Over the course of my time in Taiwan I have primarily worked in four archives while also taking advantage of the excellent library holdings at Taipei’s various academic institutions. The chronologically earliest section of my dissertation is based on materials that I gathered from the archival collection at National Chengchi University (NCCU), the successor institution to the Central Political Institute, my host university, and still the leading university for training ROC bureaucrats. This under-explored collection contains the personal papers of several key figures from this period such as Luo, Jialun, the school’s guiding academic figure throughout the 1930s, and Xu Mo, the first chair of the Foreign Affairs Department and later the first Chinese judge on the International Court of Justice. In addition to the papers of these prominent figures, the archive also includes the memoirs and oral histories of many lesser-known alumni as part of its “NCCUers” (zhengda ren) collection. Finally, the NCCU archive has a partnership with the Second Historical Archive in Nanjing, the main depository of Republican Era materials in the PRC, through which they share materials related to the Central School of Governance. The documents from Second Historical, no longer accessible in the PRC because of tightening controls around foreign researchers working in archives, are rich with general campus materials such as student publications, examinations, textbooks, and budgets.
Subsequent sections of the dissertation focus on the careers of these graduates and rely on research I conducted in Academia Sinica’s Institute of Modern History Archive, Academia Historica, and the KMT Party Archive. This includes chapters on the new ideas and expertise that were developed in the particular academic environment of a party school and then how those ideas and expertise were deployed when the Foreign Affairs Department graduates joined the government bureaucracy as young diplomats. In particular, I look at two concepts that became extremely prominent during the 1930s, both within the school community and in broader intellectual circles: “revolutionary diplomacy” (geming waijao) and “diplomatic administration” (waijiao xingzheng). The former, heavily influenced by Soviet diplomacy, held that China’s diplomatic efforts should no longer focus on currying favor with its imperial tormenters, but should rather be directed towards forging alliance with other newly independent countries or anticolonial movements. The latter applied the principles of scientific managerialism and administration to the practice of diplomacy, calling for an expansion and rationalization of China’s diplomatic infrastructure. As successive classes of new diplomats poured into the Ministry of Foreign Affairs, these ideas took on institutional forms with the creation of specific regional departments within the ministry and the prioritization of new foreign language skills. Finally, I explore the height of these diplomats’ careers during the Cold War in both the ROC and the PRC. I focus on the ROC’s projection of a global diplomatic presence from Taiwan through the consulate network mentioned above and participation in all manner of international commissions, organizations, and conferences. For the PRC side, I look at how Foreign Affairs Department graduates who stayed on the mainland helped shape the transition from “revolutionary diplomacy” to “people’s diplomacy” (renmin waijiao).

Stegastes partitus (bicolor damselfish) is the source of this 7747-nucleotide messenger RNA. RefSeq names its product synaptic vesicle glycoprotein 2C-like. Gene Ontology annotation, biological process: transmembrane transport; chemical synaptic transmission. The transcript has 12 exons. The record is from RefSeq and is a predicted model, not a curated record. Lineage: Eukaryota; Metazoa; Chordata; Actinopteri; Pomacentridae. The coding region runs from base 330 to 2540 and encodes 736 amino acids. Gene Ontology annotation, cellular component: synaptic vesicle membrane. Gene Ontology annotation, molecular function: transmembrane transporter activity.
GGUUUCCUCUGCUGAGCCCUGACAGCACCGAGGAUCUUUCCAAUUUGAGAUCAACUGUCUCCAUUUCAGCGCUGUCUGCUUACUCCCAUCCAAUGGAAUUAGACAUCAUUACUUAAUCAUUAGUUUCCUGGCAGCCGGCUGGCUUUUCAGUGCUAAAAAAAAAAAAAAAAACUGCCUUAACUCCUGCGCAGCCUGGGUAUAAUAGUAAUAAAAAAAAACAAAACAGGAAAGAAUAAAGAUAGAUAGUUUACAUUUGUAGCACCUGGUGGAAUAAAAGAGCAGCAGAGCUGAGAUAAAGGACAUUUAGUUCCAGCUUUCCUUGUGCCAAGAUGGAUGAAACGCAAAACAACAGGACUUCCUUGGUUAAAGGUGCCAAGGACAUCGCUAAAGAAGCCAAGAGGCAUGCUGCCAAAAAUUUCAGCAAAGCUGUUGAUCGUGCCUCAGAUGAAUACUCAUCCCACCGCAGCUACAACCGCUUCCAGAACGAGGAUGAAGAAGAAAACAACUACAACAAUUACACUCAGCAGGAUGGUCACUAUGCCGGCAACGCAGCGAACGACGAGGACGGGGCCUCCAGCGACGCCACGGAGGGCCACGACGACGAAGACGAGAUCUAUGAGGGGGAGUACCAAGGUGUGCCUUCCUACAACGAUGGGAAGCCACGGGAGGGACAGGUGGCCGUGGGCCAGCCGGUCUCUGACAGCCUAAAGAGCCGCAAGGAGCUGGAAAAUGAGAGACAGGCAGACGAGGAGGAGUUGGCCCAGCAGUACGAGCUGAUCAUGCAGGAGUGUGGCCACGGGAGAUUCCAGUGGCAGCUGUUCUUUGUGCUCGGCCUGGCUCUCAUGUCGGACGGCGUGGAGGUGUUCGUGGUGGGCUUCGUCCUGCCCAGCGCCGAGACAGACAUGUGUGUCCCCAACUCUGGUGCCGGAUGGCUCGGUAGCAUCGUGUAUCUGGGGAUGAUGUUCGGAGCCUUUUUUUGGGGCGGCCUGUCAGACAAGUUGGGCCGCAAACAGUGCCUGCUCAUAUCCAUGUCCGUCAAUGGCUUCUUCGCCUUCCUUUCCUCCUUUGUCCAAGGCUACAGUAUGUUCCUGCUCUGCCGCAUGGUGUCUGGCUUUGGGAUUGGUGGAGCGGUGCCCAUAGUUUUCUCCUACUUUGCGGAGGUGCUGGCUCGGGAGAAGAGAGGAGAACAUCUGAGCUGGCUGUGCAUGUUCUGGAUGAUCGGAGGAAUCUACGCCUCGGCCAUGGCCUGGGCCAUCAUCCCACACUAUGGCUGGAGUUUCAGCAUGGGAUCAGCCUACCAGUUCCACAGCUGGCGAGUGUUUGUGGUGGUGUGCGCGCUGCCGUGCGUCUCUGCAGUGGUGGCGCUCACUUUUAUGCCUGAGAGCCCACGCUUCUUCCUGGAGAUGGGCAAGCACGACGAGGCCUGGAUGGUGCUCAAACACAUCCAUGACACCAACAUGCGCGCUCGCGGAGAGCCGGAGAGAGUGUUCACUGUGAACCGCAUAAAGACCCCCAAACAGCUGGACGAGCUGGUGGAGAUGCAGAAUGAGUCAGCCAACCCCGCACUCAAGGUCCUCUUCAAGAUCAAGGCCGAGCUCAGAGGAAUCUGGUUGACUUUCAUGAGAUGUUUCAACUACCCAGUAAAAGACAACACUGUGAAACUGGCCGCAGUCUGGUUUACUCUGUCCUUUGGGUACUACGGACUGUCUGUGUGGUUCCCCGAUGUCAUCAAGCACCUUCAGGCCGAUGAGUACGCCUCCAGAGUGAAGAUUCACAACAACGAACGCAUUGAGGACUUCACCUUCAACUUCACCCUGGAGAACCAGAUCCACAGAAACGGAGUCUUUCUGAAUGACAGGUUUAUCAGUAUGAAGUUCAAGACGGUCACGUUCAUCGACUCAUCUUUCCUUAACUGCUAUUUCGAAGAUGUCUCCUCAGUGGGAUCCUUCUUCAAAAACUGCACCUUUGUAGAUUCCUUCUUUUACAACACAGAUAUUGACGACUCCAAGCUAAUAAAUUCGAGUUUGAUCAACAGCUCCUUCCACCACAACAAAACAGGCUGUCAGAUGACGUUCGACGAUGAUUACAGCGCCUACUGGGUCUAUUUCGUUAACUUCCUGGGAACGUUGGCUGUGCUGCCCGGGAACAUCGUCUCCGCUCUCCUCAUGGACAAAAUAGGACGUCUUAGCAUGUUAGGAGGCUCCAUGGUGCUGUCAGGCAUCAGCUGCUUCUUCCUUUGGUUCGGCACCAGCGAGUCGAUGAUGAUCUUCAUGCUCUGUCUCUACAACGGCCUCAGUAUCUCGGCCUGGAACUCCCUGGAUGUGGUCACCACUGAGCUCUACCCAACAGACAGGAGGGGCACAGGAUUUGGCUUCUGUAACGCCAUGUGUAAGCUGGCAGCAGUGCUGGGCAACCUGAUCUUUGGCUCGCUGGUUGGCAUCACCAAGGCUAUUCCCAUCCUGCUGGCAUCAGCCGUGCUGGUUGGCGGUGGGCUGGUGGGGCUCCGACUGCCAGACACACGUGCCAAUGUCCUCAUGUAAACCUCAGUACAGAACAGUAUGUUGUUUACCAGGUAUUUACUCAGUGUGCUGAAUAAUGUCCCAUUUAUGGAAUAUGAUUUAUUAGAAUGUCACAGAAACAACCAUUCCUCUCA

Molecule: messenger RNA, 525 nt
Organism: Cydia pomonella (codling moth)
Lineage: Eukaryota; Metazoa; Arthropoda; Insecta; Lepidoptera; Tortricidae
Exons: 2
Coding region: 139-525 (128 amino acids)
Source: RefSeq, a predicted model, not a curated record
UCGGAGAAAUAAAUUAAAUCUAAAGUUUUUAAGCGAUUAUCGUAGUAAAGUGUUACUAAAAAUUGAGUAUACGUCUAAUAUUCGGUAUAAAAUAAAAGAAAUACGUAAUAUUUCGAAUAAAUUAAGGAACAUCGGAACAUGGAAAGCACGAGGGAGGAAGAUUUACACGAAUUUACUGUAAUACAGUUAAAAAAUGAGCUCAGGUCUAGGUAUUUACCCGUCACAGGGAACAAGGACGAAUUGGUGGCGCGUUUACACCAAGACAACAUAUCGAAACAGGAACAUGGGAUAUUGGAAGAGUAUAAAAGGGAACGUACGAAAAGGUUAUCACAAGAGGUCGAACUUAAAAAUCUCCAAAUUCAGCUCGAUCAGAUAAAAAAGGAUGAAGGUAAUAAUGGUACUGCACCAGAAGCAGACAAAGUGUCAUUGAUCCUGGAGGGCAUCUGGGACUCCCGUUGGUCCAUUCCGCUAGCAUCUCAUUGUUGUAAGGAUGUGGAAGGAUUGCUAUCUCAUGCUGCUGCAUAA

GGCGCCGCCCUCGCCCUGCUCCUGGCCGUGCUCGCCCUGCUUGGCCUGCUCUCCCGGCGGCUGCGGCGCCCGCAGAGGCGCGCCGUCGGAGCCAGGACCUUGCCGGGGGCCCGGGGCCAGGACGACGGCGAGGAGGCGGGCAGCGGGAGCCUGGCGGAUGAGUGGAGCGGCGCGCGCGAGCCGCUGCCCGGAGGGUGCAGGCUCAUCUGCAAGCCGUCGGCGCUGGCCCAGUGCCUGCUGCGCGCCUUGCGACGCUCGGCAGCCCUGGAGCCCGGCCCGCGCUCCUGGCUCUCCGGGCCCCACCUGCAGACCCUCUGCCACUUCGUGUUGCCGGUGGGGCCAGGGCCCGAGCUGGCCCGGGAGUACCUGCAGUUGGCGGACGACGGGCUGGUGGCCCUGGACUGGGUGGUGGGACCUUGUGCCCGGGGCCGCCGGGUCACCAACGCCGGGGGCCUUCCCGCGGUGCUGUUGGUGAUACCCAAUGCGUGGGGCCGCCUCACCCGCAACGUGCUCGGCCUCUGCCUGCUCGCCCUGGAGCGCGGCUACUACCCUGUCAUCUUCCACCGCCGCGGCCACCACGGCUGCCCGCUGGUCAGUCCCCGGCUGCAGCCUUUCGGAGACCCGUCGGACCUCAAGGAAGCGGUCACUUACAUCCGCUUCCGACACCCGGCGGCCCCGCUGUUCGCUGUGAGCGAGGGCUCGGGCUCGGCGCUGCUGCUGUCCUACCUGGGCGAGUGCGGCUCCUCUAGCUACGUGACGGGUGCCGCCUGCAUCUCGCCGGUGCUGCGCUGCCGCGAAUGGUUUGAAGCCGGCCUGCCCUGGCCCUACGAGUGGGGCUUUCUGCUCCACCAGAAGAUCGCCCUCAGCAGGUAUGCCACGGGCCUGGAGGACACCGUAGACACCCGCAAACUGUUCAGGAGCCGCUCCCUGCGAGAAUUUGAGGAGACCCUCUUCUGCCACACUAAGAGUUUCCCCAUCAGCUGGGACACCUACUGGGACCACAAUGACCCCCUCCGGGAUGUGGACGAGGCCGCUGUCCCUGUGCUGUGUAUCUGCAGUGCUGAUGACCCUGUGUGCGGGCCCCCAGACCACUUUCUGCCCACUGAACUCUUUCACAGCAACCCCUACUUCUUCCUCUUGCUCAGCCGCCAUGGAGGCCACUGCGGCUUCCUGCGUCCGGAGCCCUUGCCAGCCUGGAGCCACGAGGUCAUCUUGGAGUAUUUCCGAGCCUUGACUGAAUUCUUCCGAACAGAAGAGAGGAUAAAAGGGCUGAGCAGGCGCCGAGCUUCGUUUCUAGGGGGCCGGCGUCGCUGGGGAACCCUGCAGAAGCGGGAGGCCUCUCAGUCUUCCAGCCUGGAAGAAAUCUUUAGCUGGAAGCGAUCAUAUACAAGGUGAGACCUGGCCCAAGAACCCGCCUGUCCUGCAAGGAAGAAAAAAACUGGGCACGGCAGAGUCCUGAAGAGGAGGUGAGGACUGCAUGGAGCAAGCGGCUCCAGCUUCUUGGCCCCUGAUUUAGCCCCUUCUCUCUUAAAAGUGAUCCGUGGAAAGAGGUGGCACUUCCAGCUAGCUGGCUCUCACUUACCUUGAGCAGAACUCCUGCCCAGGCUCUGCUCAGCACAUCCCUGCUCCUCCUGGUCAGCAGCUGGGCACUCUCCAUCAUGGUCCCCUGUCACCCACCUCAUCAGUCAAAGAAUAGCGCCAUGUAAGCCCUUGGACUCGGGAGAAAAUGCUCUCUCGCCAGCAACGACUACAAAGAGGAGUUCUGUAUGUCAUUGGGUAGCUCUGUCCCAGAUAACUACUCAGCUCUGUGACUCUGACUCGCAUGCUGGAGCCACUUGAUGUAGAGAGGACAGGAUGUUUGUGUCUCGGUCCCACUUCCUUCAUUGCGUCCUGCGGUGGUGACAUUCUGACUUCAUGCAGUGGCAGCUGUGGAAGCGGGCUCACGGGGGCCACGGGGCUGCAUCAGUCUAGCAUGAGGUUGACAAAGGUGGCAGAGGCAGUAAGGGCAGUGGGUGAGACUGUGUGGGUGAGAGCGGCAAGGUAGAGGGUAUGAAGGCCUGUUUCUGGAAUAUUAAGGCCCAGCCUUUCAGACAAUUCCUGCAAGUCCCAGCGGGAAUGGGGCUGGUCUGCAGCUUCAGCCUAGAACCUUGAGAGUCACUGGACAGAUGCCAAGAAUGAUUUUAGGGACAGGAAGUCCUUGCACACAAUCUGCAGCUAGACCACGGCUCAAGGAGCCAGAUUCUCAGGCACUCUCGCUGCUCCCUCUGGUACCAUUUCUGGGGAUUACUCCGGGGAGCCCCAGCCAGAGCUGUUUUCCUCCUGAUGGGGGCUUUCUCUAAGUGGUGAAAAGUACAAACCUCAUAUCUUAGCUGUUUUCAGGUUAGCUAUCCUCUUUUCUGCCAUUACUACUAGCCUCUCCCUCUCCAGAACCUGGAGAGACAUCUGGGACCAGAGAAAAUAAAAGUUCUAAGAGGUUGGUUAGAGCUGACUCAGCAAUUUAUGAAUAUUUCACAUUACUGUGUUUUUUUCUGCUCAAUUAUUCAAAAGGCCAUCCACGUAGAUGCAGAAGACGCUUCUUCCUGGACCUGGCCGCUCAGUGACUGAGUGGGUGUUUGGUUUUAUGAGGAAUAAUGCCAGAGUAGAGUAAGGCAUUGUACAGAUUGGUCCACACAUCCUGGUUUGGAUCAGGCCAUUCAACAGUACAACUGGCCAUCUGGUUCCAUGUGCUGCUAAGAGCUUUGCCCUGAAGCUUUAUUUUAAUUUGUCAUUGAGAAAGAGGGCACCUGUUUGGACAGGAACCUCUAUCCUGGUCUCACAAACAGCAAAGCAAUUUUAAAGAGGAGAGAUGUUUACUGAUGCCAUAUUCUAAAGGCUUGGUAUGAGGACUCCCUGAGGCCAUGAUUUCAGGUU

Over the course of my time in Taiwan, I have been fortunate to have the opportunity to learn from and engage with so many wonderful scholars who gave generously of their time in helping me develop my research questions or trace down particular primary sources. I am deeply indebted to the members of the NCCU history department who sponsored my application and welcomed me to campus, not only discussing my work with me on an individual basis, but also inviting me to speak in their classes and present at local conferences. The archivists at NCCU were unfailingly patient with me as I learned to use their system and familiarized myself with the collection’s holdings, always happy to point me in the right direction. I received similarly invaluable advice from the faculty and archival staff at Academia Sinica’s Institute of Modern History and the archivists at Academia Historica coached me through the complicated process of requesting that files protected under Taiwan’s personal privacy laws be declassified. My last and greatest debt of gratitude is to the staff and other research associates of Fulbright Taiwan, the former for having made it possible for me to arrive in Taiwan and conduct this research under the most unlikely of circumstances and the latter as companions throughout my time in Taiwan, both academically and otherwise. The Fulbright Taiwan community has been the backbone of my experience here and I am deeply appreciative of all the guidance and support I have received.